In Costa Rica, June is breeding bird count season. We have counts in gardens, counts in parks, and count routes in many parts of the country. That said, I wish we had more counts because so much of the country needs to be surveyed for birds. Protected area or not, there has been change in the air, and we need to see how the birds are responding. It’s a shame that we couldn’t have started several years ago but at least we have a few years of data to work with, and trends should also be evident from long term surveys that have been carried out by a few people for many years.

This past weekend, I played my part by doing my annual route count on Poas. I look forward to watching and counting birds on the upper slopes of the active volcano visible from the house because it gets me up in the mountains at dawn, the birds are singing, and hardly anyone else is around. As one might expect with a breeding bird count, it also gives me an idea of which birds are where, and whether or not other species are still around (side benefits for guiding on that same route as well as future Big Days).

Streak-breasted Treehunter

It’s nice to know where the Streak-breasted Treehunters are hanging out.

On Sunday, like every year, I began the count at one of my favorite spots when birding Poas, the Volcan Restaurant. Situated in a forested riparian zone, this spot can act as a corridor for everything from Yellow-thighed Finches to Long-tailed Silky-Flycatchers, and Resplendent Quetzals. Yes, those birds look as exotic and cool as their names sound, and if you hang out there long enough, you will probably see them. In the meantime, you can always enjoy the hummingbird show at their feeders.

Yellow-thighed Finch

Finch a la yellow thighs.

On Sunday, I didn’t stay long enough to wait for quetzals but did hear a few species, and saw several hummingbirds before moving on to consecutive points along the route. Light rain might have affected the count a bit but most birds still seemed to be singing and were somewhat similar to past years. There were a few evident changes, though, the most obvious being the presence of more Orange-billed Nightingale-Thrushes. The species has been present on certain parts of the road up to Poas National Park for several years but I never recalled them in the numbers like I had on Sunday. There weren’t even that many the previous year and given the consistent, warmer, drier weather, I can’t help but assume that the species is responding (favorably) to those conditions.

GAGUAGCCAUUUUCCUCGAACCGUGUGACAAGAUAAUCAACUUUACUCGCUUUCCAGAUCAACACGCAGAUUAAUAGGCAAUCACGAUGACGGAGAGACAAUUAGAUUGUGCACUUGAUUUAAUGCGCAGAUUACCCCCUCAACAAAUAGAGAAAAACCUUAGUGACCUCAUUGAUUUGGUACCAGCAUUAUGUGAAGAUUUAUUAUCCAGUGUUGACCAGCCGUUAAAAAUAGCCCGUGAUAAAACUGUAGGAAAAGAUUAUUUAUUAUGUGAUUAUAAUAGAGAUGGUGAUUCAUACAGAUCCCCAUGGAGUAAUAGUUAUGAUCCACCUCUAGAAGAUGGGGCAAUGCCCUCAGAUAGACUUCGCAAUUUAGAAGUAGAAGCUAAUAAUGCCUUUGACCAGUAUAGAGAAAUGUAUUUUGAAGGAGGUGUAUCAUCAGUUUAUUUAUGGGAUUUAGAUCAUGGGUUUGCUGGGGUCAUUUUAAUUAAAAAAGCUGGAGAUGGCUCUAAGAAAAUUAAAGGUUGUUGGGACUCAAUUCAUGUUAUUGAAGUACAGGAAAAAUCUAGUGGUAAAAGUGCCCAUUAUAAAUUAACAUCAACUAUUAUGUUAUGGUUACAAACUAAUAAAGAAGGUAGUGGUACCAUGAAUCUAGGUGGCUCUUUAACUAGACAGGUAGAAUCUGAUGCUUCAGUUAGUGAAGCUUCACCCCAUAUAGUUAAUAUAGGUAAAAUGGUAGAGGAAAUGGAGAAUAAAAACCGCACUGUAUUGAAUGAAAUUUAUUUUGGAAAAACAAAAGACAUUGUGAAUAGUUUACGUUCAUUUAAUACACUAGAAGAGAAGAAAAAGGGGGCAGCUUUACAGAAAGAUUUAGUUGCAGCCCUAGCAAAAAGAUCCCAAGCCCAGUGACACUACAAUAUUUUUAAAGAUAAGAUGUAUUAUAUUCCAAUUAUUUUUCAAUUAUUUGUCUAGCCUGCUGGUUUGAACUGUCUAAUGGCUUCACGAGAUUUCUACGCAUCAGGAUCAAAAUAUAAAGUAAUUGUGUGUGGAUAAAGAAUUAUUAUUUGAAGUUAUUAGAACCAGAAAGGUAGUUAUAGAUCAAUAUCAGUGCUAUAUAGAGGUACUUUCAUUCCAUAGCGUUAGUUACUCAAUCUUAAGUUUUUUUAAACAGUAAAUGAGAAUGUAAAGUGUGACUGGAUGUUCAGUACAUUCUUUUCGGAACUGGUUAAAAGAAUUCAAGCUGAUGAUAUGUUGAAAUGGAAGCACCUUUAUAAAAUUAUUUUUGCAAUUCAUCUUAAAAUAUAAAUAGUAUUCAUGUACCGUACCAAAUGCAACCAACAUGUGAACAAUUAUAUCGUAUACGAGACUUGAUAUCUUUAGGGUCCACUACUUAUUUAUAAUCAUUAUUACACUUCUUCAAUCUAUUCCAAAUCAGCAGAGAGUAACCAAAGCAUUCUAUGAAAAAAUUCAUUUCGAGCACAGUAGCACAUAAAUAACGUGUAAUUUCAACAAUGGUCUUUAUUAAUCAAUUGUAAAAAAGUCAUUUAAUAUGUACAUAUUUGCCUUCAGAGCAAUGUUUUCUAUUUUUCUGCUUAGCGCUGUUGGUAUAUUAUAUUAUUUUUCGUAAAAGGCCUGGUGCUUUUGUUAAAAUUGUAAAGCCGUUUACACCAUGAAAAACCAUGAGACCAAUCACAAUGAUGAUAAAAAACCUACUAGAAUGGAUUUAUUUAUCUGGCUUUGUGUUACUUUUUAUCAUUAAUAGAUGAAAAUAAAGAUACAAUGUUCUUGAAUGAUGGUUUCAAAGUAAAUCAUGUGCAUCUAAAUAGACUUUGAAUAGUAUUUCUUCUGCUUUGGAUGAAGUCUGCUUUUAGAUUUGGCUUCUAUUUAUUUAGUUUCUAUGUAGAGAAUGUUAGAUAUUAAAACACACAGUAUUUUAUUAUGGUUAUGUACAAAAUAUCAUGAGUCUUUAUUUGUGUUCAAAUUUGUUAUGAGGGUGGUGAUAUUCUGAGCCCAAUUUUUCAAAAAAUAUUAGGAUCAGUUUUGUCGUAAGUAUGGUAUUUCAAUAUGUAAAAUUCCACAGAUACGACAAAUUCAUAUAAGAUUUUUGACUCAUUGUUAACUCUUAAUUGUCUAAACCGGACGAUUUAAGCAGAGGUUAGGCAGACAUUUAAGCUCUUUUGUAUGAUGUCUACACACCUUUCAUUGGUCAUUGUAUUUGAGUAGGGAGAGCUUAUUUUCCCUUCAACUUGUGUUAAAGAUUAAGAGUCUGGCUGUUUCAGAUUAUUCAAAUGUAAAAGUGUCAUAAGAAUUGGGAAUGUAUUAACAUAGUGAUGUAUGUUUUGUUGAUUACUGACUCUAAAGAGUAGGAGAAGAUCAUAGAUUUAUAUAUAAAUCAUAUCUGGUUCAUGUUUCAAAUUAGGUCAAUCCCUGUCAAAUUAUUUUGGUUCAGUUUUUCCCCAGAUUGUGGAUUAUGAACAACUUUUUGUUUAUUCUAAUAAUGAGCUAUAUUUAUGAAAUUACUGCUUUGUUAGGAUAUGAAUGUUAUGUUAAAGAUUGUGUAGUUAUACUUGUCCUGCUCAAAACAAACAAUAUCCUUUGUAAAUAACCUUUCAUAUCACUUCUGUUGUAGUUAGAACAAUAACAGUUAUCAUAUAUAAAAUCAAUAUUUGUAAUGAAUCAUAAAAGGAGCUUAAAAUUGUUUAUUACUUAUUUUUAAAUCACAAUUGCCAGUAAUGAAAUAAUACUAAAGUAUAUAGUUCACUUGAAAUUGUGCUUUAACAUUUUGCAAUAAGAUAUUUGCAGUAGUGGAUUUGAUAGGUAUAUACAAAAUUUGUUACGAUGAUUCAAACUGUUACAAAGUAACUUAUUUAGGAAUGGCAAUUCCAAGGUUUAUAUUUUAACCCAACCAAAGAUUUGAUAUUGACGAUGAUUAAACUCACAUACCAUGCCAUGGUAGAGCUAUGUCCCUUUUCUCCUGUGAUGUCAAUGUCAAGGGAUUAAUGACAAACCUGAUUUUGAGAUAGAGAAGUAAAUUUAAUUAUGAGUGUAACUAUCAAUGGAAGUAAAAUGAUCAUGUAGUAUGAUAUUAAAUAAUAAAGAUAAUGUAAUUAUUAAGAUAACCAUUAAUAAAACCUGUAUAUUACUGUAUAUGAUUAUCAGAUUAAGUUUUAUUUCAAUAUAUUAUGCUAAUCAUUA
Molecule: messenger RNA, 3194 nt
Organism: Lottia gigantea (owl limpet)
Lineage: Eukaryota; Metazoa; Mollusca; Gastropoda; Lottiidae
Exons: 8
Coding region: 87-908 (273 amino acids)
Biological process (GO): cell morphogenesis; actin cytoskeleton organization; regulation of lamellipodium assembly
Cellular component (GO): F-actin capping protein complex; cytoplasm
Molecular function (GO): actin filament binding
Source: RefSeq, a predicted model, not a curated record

At the same time, it might be displacing Ruddy-capped Nightingale-Thrushes which might be, in turn, displacing Black-billed Nightingale-Thrushes higher up the road (there seem to be fewer and fewer Black-billeds year after year). I don’t recall higher numbers of other species but did notice the absence or lower numbers of some birds. Species that come to mind are Black-cheeked Warbler, Flame-throated Warbler, Large-footed Finch, Yellow-thighed Finch, Black-thighed Grosbeak, Highland Tinamou, and Buff-fronted Quail-Dove.

buff-fronted quail dove

The beautiful Buff-fronted Quail-Dove is not rare but you still have to go to the right places to see it.

All of the above need wet, highland forest habitats, and although we can’t make any real conclusions from one morning, their absence on the route supports my suspicions that they have been declining in that area.

Black-thighed Grosbeak

Most, like the Black-thighed Grosbeak, are also endemic to Costa Rica and Panama.

Not all bird survey news is bad, though, because several species did seem to be just as common as past years. Those ones were Spot-crowned Woodcreeper, Streak-breasted Treehunter, Hairy Woodpecker (yep, a local variety lives there!), Gray-breasted Wood-wren, Ochraceous Wren, Golden-browed Chlorophonia, and Long-tailed Silky-Flycatcher. Not to mention, I did hear a Resplendent Quetzal as well. It was at the point with the best habitat.

Fiery-throated Hummingbird 3

Fiery-throated Hummingbird also seems to be doing well.

Since so many tropical forest species are naturally rare or just don’t feel like singing, if I did the same count tomorrow and the next day,  I wonder how those counts would differ? Would other species be detected? Would others be no-shows? I wish I had the time to find out!

Written by Patrick O'Donnell
Patrick O'Donnell became a birder at the age of 7 after seeing books about birds in the Niagara Falls, New York public library. Although watching thousands of gulls in the Niagara Gorge was sublime, more bird species (and warmer weather) eventually brought him to Mexico, Costa Rica, Ecuador, and other very birdy tropical places. A biologist by training, he has worked on bird-related projects in Colorado, Washington, Peru, and other locales, and has guided birders in Peru, Ecuador, and Costa Rica. These days, he lives in Costa Rica where he juggles guiding, freelance writing, developing bird apps for Costa Rica and Panama, posting on his Costa Rica birding blog, and discussing dinosaurs with his young daughter.